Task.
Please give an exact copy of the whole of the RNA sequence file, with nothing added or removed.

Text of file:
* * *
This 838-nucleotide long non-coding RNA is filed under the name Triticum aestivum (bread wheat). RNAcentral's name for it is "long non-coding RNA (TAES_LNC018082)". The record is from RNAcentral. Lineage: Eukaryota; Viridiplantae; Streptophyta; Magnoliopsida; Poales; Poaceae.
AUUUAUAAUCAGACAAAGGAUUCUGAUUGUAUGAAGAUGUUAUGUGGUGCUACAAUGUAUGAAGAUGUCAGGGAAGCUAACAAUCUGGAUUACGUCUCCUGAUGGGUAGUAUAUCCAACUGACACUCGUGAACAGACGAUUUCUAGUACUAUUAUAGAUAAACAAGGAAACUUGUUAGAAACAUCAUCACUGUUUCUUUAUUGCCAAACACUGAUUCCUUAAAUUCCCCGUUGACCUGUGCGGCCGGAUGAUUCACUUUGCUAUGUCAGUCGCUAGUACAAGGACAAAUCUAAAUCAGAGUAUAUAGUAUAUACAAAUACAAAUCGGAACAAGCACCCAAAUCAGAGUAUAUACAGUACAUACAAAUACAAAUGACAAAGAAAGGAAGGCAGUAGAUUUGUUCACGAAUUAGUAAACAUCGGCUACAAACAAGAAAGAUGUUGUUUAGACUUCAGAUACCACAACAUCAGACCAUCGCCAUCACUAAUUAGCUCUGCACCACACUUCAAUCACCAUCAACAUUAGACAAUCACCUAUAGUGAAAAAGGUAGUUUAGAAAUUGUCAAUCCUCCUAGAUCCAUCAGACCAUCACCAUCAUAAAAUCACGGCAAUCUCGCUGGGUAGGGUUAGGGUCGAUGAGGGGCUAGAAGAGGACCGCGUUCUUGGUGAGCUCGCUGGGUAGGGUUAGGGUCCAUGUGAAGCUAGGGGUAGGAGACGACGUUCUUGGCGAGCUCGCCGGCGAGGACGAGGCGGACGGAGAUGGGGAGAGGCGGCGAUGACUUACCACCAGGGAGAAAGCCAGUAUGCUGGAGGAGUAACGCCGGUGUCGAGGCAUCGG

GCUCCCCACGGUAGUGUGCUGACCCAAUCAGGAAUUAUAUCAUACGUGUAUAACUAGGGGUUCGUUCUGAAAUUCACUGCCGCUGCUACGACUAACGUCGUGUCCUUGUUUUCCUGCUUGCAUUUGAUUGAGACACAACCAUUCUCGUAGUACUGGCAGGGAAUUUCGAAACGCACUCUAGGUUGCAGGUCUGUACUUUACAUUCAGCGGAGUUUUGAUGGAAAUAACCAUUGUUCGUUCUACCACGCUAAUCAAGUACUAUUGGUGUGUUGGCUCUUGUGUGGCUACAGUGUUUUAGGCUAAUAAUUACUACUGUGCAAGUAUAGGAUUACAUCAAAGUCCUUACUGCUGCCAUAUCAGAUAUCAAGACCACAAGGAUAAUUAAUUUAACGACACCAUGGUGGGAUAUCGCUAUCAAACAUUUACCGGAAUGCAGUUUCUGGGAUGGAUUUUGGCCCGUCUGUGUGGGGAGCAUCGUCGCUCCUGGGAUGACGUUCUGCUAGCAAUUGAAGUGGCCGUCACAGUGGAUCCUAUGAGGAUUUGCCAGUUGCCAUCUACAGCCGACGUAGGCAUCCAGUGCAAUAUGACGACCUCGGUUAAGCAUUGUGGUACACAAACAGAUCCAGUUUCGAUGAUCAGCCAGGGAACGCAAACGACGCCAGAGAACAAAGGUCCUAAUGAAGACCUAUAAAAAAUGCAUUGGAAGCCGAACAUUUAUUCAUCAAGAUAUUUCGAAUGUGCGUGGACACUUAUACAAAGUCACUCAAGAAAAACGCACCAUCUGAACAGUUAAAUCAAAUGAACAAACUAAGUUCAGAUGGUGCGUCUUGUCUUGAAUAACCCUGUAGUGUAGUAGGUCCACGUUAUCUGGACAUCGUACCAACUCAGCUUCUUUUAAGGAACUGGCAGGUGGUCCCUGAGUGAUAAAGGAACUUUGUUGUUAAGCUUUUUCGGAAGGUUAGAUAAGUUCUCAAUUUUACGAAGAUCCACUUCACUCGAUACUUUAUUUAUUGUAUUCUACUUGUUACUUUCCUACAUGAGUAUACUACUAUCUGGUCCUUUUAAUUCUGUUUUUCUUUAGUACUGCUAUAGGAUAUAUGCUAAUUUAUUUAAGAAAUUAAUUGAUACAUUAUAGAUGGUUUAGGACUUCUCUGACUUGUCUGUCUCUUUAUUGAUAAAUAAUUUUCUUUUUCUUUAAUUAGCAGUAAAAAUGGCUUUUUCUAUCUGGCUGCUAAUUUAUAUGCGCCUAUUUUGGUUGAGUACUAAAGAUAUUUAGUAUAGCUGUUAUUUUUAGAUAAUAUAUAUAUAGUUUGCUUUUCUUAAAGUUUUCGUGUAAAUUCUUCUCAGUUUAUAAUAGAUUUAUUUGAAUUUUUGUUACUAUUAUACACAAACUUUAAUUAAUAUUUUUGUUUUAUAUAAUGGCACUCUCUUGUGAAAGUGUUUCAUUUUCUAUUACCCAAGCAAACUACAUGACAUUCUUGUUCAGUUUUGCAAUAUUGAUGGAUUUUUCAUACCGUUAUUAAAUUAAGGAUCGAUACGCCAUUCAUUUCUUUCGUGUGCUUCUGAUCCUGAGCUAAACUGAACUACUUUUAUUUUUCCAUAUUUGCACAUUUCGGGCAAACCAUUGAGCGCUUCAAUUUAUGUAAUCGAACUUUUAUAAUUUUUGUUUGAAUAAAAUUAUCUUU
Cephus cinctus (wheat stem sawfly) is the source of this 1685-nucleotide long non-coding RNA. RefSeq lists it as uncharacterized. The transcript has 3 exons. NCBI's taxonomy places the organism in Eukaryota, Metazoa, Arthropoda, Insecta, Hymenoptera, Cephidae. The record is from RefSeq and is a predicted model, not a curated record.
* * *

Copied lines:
This 838-nucleotide long non-coding RNA is filed under the name Triticum aestivum (bread wheat). RNAcentral's name for it is "long non-coding RNA (TAES_LNC018082)". The record is from RNAcentral. Lineage: Eukaryota; Viridiplantae; Streptophyta; Magnoliopsida; Poales; Poaceae.
AUUUAUAAUCAGACAAAGGAUUCUGAUUGUAUGAAGAUGUUAUGUGGUGCUACAAUGUAUGAAGAUGUCAGGGAAGCUAACAAUCUGGAUUACGUCUCCUGAUGGGUAGUAUAUCCAACUGACACUCGUGAACAGACGAUUUCUAGUACUAUUAUAGAUAAACAAGGAAACUUGUUAGAAACAUCAUCACUGUUUCUUUAUUGCCAAACACUGAUUCCUUAAAUUCCCCGUUGACCUGUGCGGCCGGAUGAUUCACUUUGCUAUGUCAGUCGCUAGUACAAGGACAAAUCUAAAUCAGAGUAUAUAGUAUAUACAAAUACAAAUCGGAACAAGCACCCAAAUCAGAGUAUAUACAGUACAUACAAAUACAAAUGACAAAGAAAGGAAGGCAGUAGAUUUGUUCACGAAUUAGUAAACAUCGGCUACAAACAAGAAAGAUGUUGUUUAGACUUCAGAUACCACAACAUCAGACCAUCGCCAUCACUAAUUAGCUCUGCACCACACUUCAAUCACCAUCAACAUUAGACAAUCACCUAUAGUGAAAAAGGUAGUUUAGAAAUUGUCAAUCCUCCUAGAUCCAUCAGACCAUCACCAUCAUAAAAUCACGGCAAUCUCGCUGGGUAGGGUUAGGGUCGAUGAGGGGCUAGAAGAGGACCGCGUUCUUGGUGAGCUCGCUGGGUAGGGUUAGGGUCCAUGUGAAGCUAGGGGUAGGAGACGACGUUCUUGGCGAGCUCGCCGGCGAGGACGAGGCGGACGGAGAUGGGGAGAGGCGGCGAUGACUUACCACCAGGGAGAAAGCCAGUAUGCUGGAGGAGUAACGCCGGUGUCGAGGCAUCGG

GCUCCCCACGGUAGUGUGCUGACCCAAUCAGGAAUUAUAUCAUACGUGUAUAACUAGGGGUUCGUUCUGAAAUUCACUGCCGCUGCUACGACUAACGUCGUGUCCUUGUUUUCCUGCUUGCAUUUGAUUGAGACACAACCAUUCUCGUAGUACUGGCAGGGAAUUUCGAAACGCACUCUAGGUUGCAGGUCUGUACUUUACAUUCAGCGGAGUUUUGAUGGAAAUAACCAUUGUUCGUUCUACCACGCUAAUCAAGUACUAUUGGUGUGUUGGCUCUUGUGUGGCUACAGUGUUUUAGGCUAAUAAUUACUACUGUGCAAGUAUAGGAUUACAUCAAAGUCCUUACUGCUGCCAUAUCAGAUAUCAAGACCACAAGGAUAAUUAAUUUAACGACACCAUGGUGGGAUAUCGCUAUCAAACAUUUACCGGAAUGCAGUUUCUGGGAUGGAUUUUGGCCCGUCUGUGUGGGGAGCAUCGUCGCUCCUGGGAUGACGUUCUGCUAGCAAUUGAAGUGGCCGUCACAGUGGAUCCUAUGAGGAUUUGCCAGUUGCCAUCUACAGCCGACGUAGGCAUCCAGUGCAAUAUGACGACCUCGGUUAAGCAUUGUGGUACACAAACAGAUCCAGUUUCGAUGAUCAGCCAGGGAACGCAAACGACGCCAGAGAACAAAGGUCCUAAUGAAGACCUAUAAAAAAUGCAUUGGAAGCCGAACAUUUAUUCAUCAAGAUAUUUCGAAUGUGCGUGGACACUUAUACAAAGUCACUCAAGAAAAACGCACCAUCUGAACAGUUAAAUCAAAUGAACAAACUAAGUUCAGAUGGUGCGUCUUGUCUUGAAUAACCCUGUAGUGUAGUAGGUCCACGUUAUCUGGACAUCGUACCAACUCAGCUUCUUUUAAGGAACUGGCAGGUGGUCCCUGAGUGAUAAAGGAACUUUGUUGUUAAGCUUUUUCGGAAGGUUAGAUAAGUUCUCAAUUUUACGAAGAUCCACUUCACUCGAUACUUUAUUUAUUGUAUUCUACUUGUUACUUUCCUACAUGAGUAUACUACUAUCUGGUCCUUUUAAUUCUGUUUUUCUUUAGUACUGCUAUAGGAUAUAUGCUAAUUUAUUUAAGAAAUUAAUUGAUACAUUAUAGAUGGUUUAGGACUUCUCUGACUUGUCUGUCUCUUUAUUGAUAAAUAAUUUUCUUUUUCUUUAAUUAGCAGUAAAAAUGGCUUUUUCUAUCUGGCUGCUAAUUUAUAUGCGCCUAUUUUGGUUGAGUACUAAAGAUAUUUAGUAUAGCUGUUAUUUUUAGAUAAUAUAUAUAUAGUUUGCUUUUCUUAAAGUUUUCGUGUAAAUUCUUCUCAGUUUAUAAUAGAUUUAUUUGAAUUUUUGUUACUAUUAUACACAAACUUUAAUUAAUAUUUUUGUUUUAUAUAAUGGCACUCUCUUGUGAAAGUGUUUCAUUUUCUAUUACCCAAGCAAACUACAUGACAUUCUUGUUCAGUUUUGCAAUAUUGAUGGAUUUUUCAUACCGUUAUUAAAUUAAGGAUCGAUACGCCAUUCAUUUCUUUCGUGUGCUUCUGAUCCUGAGCUAAACUGAACUACUUUUAUUUUUCCAUAUUUGCACAUUUCGGGCAAACCAUUGAGCGCUUCAAUUUAUGUAAUCGAACUUUUAUAAUUUUUGUUUGAAUAAAAUUAUCUUU
Cephus cinctus (wheat stem sawfly) is the source of this 1685-nucleotide long non-coding RNA. RefSeq lists it as uncharacterized. The transcript has 3 exons. NCBI's taxonomy places the organism in Eukaryota, Metazoa, Arthropoda, Insecta, Hymenoptera, Cephidae. The record is from RefSeq and is a predicted model, not a curated record.